Boon or blight? Ann Bowman and Michael Pagano define "vacant land" broadly, to include everything from brownfields (environmentally contaminated land) through trashed lots and abandoned buildings to greenspace (parks, community gardens, etc.). Terra Incognita takes a fresh look at what they believe can be the ultimate urban resource. Beyond the common studies of the influence of market forces, it explores how these areas are affected by the decisions of local governments, and then shows how vacant land can be a valuable strategic asset for localities. Terra Incognita derives from what -- until now -- has been the lack of substantial information about the amount and the diversity of urban vacant land. This book is based on an unprecedented survey sent to all U.S. towns with a population greater than 50,000, and contains data previously unavailable. Three cities were studied in greater depth for detailed case studies: the greater Phoenix and Seattle areas and Philadelphia-Camden. A number of other cities are cited frequently, including Boston, Chicago, Detroit, New York, Cleveland, Cincinnati, and Oklahoma City, among many others.Identifying the fiscal, social, and development imperatives that drive the decisions local officials make about using vacant land, Bowman and Pagano pay particular attention to the varying dynamics of sales, property, and income taxes, and conclude with a model for making strategic decisions about land use based on a city's priorities.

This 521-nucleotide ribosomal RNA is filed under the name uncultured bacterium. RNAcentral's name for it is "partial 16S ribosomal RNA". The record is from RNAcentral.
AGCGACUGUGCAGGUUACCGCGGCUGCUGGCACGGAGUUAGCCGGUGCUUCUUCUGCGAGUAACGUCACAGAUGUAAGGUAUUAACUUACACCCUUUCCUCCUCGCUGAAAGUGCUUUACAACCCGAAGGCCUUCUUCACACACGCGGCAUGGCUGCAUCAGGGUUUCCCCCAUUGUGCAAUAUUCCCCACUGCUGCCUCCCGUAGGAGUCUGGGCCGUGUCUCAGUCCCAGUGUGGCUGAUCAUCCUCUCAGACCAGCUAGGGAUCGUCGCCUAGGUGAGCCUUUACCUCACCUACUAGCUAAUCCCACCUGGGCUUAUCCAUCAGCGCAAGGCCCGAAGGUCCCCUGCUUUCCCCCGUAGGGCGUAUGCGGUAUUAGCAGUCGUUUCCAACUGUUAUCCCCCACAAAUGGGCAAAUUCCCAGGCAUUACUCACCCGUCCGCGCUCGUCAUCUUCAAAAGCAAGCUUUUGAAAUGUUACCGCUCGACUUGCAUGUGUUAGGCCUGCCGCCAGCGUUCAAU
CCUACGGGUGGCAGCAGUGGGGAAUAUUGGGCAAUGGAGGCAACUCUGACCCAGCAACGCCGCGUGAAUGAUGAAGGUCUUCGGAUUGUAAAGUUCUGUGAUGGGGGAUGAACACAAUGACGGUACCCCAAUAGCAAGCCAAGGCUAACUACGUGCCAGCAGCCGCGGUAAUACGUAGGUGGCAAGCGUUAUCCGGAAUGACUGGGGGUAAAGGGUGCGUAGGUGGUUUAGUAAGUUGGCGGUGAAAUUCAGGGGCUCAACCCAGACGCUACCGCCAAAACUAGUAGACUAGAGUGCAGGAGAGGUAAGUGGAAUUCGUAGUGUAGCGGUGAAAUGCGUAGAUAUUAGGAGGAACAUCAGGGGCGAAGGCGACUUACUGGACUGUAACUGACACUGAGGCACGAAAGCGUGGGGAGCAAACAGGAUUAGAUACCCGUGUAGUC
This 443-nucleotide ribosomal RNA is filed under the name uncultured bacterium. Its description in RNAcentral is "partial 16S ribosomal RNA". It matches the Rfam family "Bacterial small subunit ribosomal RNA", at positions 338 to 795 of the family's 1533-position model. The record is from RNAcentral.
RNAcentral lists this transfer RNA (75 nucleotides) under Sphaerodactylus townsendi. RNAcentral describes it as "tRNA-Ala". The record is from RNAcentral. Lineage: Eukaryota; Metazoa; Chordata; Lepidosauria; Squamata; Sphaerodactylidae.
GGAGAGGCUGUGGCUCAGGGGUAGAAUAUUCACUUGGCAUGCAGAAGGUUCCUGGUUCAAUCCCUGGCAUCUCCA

Business-Money, Economics, Urban-Regional,